The Eat My Goal Euro campaign by the London Fire Brigade (LFB) wants fans to get a takeaway and not to cook after the pub during Euro 2012, but how is social media helping it reach audiences?
The London Fire Brigade's (LFB) 'Eat My Goal Euro 2012' campaign asks football fans to get a takeaway and not to cook after the pub, but how is social media playing its part delivering the message to audiences?
In an interview with the Social Media Portal (SMP), LFB explains the thinking behind the campaign and why social media plays an essential role in communicating with football fans.
To raise and sustain awareness, football fans are being asked to tweet using the hashtag #EatMyGoal, with a football related takeaway team e.g. Chipswich Town. The best tweet will win a voucher of £100 from Takeaway.com, and prizes are given for second and third place.
Although the campaign has a tongue-in-cheek flavour, there's a very serious message behind the activity. With an extra 2.2 billion pints sold during the last World Cup there's a concern that there will be an increase in alcohol related cooking fires during the European Championships. In 2011 there were 5,903 accidental house fires of which 850 involved a person who had been drinking alcohol. The LFB is asking football fans that have been drinking to tuck into a takeaway rather than cooking when they get home to prevent fires. Activity was initially to run between the 11th and 19th of June, with the initial focus on the first three England games however it continued to run with England's progression until this Sunday, with digital environments offering the potential to extend activity.
LFB's integrated approach saw adverts in free newspapers (such as the Metro), social networking sites and ads featuring the slogan 'GOAL!' appear on a picture of a burger in over 200 pub toilets across central London alongside additional ads on vending machines - which will stay up until the end of the June. For the first time ads were translated (English, French, German, Polish, Portuguese, Russian, Spanish and Ukrainian) and sent to different nationality newspapers in London. Ads were also broadcast on Absolute Radio and Talk Sport tapping into their coverage of the Euros 2012. Print, PR, radio and social activity is supported by an online video on YouTube aiming to hammer home the message of the campaign and how house fires caused when people are drunk can kill. Although a London-focused campaign, it's a message that could really be adopted nationwide and even beyond Euro 2012.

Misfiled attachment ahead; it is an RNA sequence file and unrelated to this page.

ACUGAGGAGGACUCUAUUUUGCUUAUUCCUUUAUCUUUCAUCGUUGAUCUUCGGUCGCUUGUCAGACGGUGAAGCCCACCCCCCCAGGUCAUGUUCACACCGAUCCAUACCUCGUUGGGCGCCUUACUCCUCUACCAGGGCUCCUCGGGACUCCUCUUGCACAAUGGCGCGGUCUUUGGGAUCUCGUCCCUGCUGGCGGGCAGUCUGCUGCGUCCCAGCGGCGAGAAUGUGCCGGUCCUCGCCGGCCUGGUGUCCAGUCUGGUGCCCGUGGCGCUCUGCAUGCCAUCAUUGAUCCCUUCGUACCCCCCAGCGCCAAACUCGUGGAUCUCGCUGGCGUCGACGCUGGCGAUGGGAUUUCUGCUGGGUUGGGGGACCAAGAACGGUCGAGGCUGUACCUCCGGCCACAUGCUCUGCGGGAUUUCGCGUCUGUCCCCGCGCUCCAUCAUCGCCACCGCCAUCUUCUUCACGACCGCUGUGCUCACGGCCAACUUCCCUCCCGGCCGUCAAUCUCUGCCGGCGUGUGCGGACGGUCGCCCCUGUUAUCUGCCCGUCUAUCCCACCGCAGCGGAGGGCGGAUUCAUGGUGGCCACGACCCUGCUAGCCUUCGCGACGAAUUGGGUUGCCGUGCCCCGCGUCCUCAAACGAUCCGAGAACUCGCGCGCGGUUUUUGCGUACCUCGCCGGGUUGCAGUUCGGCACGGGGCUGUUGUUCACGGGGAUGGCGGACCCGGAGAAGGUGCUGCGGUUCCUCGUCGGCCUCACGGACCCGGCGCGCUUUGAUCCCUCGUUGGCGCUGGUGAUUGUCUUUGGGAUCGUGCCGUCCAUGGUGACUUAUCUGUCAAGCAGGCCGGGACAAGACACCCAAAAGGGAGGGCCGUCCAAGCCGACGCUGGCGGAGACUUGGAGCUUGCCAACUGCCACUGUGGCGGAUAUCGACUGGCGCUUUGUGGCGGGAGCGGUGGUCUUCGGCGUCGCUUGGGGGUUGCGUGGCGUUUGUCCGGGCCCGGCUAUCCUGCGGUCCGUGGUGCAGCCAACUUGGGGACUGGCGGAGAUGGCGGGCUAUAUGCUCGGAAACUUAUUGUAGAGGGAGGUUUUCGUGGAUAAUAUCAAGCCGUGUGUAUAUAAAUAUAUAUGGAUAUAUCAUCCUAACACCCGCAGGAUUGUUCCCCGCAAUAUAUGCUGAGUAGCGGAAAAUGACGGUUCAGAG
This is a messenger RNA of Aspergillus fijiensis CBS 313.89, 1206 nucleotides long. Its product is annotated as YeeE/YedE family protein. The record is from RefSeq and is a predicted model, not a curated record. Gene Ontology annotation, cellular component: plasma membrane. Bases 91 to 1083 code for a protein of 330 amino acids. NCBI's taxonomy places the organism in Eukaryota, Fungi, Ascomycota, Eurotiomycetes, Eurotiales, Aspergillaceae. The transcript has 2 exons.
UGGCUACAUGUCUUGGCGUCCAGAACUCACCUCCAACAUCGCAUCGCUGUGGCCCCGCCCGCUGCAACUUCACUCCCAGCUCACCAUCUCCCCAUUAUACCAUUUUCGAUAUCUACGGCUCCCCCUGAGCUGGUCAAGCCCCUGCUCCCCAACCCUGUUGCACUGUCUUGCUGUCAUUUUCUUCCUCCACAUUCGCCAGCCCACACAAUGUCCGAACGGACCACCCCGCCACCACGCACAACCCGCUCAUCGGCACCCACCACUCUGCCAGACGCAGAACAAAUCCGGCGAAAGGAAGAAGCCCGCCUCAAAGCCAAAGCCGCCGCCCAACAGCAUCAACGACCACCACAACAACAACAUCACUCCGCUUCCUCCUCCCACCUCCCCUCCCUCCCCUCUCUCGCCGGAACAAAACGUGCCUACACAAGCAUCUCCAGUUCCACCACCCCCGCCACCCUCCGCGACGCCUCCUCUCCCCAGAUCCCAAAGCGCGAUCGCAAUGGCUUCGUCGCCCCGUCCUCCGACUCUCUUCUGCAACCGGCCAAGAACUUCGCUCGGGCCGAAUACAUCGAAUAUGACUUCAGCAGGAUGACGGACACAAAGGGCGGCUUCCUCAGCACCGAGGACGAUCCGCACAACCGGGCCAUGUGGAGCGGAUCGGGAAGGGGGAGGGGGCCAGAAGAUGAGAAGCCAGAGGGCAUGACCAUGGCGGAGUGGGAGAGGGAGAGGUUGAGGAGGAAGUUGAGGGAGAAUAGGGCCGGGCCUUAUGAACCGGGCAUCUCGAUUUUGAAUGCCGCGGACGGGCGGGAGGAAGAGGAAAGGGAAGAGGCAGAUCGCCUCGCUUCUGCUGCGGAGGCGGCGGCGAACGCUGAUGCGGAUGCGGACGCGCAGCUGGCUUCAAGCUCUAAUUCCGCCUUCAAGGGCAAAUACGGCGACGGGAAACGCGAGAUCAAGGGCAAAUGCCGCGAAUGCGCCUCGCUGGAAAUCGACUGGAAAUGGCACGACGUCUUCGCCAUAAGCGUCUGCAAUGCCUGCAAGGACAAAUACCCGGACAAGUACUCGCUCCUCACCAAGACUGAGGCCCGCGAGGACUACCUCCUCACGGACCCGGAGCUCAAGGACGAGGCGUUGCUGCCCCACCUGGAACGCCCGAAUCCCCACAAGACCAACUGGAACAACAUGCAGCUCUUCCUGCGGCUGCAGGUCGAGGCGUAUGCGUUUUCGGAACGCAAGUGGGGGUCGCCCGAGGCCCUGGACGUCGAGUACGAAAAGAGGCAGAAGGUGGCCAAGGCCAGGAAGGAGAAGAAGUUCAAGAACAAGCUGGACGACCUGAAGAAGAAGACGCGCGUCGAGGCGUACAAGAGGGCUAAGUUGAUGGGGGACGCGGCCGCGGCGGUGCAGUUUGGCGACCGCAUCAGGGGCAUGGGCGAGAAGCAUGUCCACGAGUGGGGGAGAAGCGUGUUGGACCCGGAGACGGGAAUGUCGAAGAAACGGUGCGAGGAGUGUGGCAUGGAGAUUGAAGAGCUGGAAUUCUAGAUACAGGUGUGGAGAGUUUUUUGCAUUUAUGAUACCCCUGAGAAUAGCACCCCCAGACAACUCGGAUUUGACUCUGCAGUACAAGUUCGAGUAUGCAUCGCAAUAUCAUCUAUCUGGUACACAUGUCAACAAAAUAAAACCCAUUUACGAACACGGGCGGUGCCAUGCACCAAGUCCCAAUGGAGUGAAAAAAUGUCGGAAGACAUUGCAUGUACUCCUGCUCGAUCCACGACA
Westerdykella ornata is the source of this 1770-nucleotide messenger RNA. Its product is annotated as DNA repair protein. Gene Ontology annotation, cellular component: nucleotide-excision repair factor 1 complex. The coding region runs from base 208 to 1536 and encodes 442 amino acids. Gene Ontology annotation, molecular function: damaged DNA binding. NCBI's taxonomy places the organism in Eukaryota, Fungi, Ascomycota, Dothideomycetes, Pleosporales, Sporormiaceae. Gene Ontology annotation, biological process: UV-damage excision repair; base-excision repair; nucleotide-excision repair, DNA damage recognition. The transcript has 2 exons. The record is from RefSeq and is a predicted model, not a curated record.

Even though the campaign targets pub drinking and the journey home, it also shares how it's equally important for fans that may be drinking at home and may have the urge to cook.
Sometimes opportunities can slip through the cracks with integrated campaigns and in this instance LFB could have added its social assets and competition URLs to its print ads. However, this is where social media can pick up a little bit of the slack as well with LFB continuing to maximise its social media assets, making sure it's visible online.
Tori Allerston, marketing manager at LFB sings the praises of social media, but is also cautiously indentifies its challenges. "We love it because we can closely manage it in house, and once you've established an audience you can generate quite unexpected results in the matter of an afternoon with a global impact," she explains.
"The main drawback has to be establishing the right audience in the first place - if people think we're going to tell them to test their smoke alarm every five minutes or make them cringe by trying to be too 'down with the kids' they'll never give us a chance," adds Allerston.
England may be out of the Euros now, but football fans will still be watching the games at home or in the pub, danger still lurks so there're still lives to protect. Not forgetting of course that London is an internationally diverse city, home to many football fans from across Europe - who's teams are still in the running of taking home the championship. With fans celebrating the love of football, the multi-language pub ads (for those nations that still have a shot a wining) and social activity will still be of use. As early adopters of social media in comparison to similar services, the in-house activity by LFB is a great example of how this channel can be managed, maximising a campaign by integrating communication channels effectively.
But where to next? How can LFB move forward with its use of social media for activity? Rob McTaggart, senior communications officer at LFB, explains, "The next step is to find whether this is working in reducing the number of fires, injuries and deaths in our target audience. Having the largest combined Twitter and Facebook following (33,000) for any UK regional or local authority is a fantastic achievement, but cutting the number of fires is much more important than the number of followers."
Reaching out to LFB:
Tim Gibbon is a Director of Elemental http://www.elementalcomms.co.uk, the communications consultancy that created and manages the Social Media Portal (SMP). Gibbon interviewed the London Fire Brigade (LFB) in a recent article published on and for SMP.